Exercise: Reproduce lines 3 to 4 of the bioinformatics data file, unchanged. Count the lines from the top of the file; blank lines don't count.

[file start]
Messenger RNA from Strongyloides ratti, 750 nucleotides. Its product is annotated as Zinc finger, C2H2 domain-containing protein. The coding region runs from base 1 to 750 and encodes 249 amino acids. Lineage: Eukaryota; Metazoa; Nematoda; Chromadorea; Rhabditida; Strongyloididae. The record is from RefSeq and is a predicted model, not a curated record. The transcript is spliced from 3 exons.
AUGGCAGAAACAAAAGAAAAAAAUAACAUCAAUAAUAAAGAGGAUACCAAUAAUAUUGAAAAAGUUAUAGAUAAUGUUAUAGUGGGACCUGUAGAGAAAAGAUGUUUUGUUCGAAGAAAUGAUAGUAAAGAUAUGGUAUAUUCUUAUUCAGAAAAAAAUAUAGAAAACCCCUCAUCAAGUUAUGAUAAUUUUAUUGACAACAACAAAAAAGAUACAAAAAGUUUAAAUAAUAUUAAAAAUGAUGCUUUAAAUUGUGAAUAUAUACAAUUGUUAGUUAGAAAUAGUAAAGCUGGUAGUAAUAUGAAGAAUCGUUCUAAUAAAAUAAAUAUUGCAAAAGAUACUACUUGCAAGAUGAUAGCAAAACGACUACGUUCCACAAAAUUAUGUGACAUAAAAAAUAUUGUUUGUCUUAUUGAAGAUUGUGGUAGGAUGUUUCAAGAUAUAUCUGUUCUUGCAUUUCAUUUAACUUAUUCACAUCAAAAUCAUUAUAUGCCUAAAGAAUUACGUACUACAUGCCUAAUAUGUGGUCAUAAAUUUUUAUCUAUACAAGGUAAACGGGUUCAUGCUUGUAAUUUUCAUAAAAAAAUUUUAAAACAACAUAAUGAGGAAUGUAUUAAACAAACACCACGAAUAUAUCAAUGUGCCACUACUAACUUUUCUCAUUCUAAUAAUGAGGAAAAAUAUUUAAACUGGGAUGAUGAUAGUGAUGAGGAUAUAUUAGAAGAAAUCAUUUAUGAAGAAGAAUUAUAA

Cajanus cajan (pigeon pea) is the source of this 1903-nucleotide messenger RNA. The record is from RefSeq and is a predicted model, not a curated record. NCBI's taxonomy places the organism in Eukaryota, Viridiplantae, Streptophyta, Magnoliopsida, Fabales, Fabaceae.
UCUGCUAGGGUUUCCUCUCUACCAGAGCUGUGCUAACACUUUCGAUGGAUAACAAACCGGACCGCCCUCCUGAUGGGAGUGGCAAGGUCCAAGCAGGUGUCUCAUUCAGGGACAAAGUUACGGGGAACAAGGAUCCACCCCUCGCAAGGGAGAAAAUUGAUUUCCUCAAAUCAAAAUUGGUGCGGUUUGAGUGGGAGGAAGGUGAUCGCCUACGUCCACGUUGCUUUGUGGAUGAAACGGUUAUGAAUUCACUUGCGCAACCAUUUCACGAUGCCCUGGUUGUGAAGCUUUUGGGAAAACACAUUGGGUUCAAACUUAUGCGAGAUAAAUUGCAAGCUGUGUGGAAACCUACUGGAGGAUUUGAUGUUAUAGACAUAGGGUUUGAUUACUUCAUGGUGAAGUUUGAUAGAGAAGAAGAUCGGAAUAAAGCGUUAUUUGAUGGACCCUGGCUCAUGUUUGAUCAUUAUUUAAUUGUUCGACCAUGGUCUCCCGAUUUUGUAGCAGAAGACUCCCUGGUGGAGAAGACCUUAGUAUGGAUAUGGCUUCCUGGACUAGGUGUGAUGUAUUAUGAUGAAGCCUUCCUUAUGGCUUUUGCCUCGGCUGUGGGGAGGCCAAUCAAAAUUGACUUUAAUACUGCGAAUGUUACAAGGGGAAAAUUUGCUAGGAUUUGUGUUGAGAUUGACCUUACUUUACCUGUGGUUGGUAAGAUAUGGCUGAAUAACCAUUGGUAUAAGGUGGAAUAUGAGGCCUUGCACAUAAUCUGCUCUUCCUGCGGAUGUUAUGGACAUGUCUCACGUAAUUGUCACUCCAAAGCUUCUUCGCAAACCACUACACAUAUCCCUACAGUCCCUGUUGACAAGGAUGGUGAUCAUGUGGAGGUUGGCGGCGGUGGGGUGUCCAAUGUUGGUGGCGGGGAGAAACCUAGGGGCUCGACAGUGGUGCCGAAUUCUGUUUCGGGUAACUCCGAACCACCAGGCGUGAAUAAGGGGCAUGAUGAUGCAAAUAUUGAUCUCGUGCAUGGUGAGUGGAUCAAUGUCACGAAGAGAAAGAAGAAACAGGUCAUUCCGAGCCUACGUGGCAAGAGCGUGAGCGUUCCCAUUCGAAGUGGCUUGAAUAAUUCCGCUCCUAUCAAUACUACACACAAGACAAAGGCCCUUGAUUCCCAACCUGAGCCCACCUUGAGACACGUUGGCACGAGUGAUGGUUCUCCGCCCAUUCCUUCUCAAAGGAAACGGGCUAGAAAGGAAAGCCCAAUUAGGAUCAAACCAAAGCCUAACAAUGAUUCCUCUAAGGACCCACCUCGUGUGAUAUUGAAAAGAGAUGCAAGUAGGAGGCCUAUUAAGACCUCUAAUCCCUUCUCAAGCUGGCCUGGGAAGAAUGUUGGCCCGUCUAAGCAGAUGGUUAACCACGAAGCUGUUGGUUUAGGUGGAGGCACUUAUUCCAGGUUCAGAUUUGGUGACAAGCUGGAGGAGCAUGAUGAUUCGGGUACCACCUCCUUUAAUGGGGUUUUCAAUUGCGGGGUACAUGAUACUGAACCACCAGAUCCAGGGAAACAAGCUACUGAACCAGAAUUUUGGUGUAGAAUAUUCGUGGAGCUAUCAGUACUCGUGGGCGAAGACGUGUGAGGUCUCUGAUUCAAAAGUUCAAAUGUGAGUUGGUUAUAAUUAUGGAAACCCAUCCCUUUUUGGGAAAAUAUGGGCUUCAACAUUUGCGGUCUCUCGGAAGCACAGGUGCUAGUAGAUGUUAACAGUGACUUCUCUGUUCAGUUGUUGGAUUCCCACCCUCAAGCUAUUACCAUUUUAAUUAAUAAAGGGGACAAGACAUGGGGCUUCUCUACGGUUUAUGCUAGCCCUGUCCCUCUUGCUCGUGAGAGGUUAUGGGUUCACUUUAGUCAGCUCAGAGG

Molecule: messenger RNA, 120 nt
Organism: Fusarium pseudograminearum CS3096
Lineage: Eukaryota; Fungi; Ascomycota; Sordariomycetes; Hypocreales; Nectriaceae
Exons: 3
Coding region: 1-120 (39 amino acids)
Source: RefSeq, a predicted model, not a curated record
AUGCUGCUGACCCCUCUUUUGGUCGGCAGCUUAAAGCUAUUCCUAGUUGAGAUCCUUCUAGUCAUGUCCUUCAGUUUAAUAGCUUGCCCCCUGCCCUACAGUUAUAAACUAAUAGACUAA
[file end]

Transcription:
Cajanus cajan (pigeon pea) is the source of this 1903-nucleotide messenger RNA. The record is from RefSeq and is a predicted model, not a curated record. NCBI's taxonomy places the organism in Eukaryota, Viridiplantae, Streptophyta, Magnoliopsida, Fabales, Fabaceae.
UCUGCUAGGGUUUCCUCUCUACCAGAGCUGUGCUAACACUUUCGAUGGAUAACAAACCGGACCGCCCUCCUGAUGGGAGUGGCAAGGUCCAAGCAGGUGUCUCAUUCAGGGACAAAGUUACGGGGAACAAGGAUCCACCCCUCGCAAGGGAGAAAAUUGAUUUCCUCAAAUCAAAAUUGGUGCGGUUUGAGUGGGAGGAAGGUGAUCGCCUACGUCCACGUUGCUUUGUGGAUGAAACGGUUAUGAAUUCACUUGCGCAACCAUUUCACGAUGCCCUGGUUGUGAAGCUUUUGGGAAAACACAUUGGGUUCAAACUUAUGCGAGAUAAAUUGCAAGCUGUGUGGAAACCUACUGGAGGAUUUGAUGUUAUAGACAUAGGGUUUGAUUACUUCAUGGUGAAGUUUGAUAGAGAAGAAGAUCGGAAUAAAGCGUUAUUUGAUGGACCCUGGCUCAUGUUUGAUCAUUAUUUAAUUGUUCGACCAUGGUCUCCCGAUUUUGUAGCAGAAGACUCCCUGGUGGAGAAGACCUUAGUAUGGAUAUGGCUUCCUGGACUAGGUGUGAUGUAUUAUGAUGAAGCCUUCCUUAUGGCUUUUGCCUCGGCUGUGGGGAGGCCAAUCAAAAUUGACUUUAAUACUGCGAAUGUUACAAGGGGAAAAUUUGCUAGGAUUUGUGUUGAGAUUGACCUUACUUUACCUGUGGUUGGUAAGAUAUGGCUGAAUAACCAUUGGUAUAAGGUGGAAUAUGAGGCCUUGCACAUAAUCUGCUCUUCCUGCGGAUGUUAUGGACAUGUCUCACGUAAUUGUCACUCCAAAGCUUCUUCGCAAACCACUACACAUAUCCCUACAGUCCCUGUUGACAAGGAUGGUGAUCAUGUGGAGGUUGGCGGCGGUGGGGUGUCCAAUGUUGGUGGCGGGGAGAAACCUAGGGGCUCGACAGUGGUGCCGAAUUCUGUUUCGGGUAACUCCGAACCACCAGGCGUGAAUAAGGGGCAUGAUGAUGCAAAUAUUGAUCUCGUGCAUGGUGAGUGGAUCAAUGUCACGAAGAGAAAGAAGAAACAGGUCAUUCCGAGCCUACGUGGCAAGAGCGUGAGCGUUCCCAUUCGAAGUGGCUUGAAUAAUUCCGCUCCUAUCAAUACUACACACAAGACAAAGGCCCUUGAUUCCCAACCUGAGCCCACCUUGAGACACGUUGGCACGAGUGAUGGUUCUCCGCCCAUUCCUUCUCAAAGGAAACGGGCUAGAAAGGAAAGCCCAAUUAGGAUCAAACCAAAGCCUAACAAUGAUUCCUCUAAGGACCCACCUCGUGUGAUAUUGAAAAGAGAUGCAAGUAGGAGGCCUAUUAAGACCUCUAAUCCCUUCUCAAGCUGGCCUGGGAAGAAUGUUGGCCCGUCUAAGCAGAUGGUUAACCACGAAGCUGUUGGUUUAGGUGGAGGCACUUAUUCCAGGUUCAGAUUUGGUGACAAGCUGGAGGAGCAUGAUGAUUCGGGUACCACCUCCUUUAAUGGGGUUUUCAAUUGCGGGGUACAUGAUACUGAACCACCAGAUCCAGGGAAACAAGCUACUGAACCAGAAUUUUGGUGUAGAAUAUUCGUGGAGCUAUCAGUACUCGUGGGCGAAGACGUGUGAGGUCUCUGAUUCAAAAGUUCAAAUGUGAGUUGGUUAUAAUUAUGGAAACCCAUCCCUUUUUGGGAAAAUAUGGGCUUCAACAUUUGCGGUCUCUCGGAAGCACAGGUGCUAGUAGAUGUUAACAGUGACUUCUCUGUUCAGUUGUUGGAUUCCCACCCUCAAGCUAUUACCAUUUUAAUUAAUAAAGGGGACAAGACAUGGGGCUUCUCUACGGUUUAUGCUAGCCCUGUCCCUCUUGCUCGUGAGAGGUUAUGGGUUCACUUUAGUCAGCUCAGAGG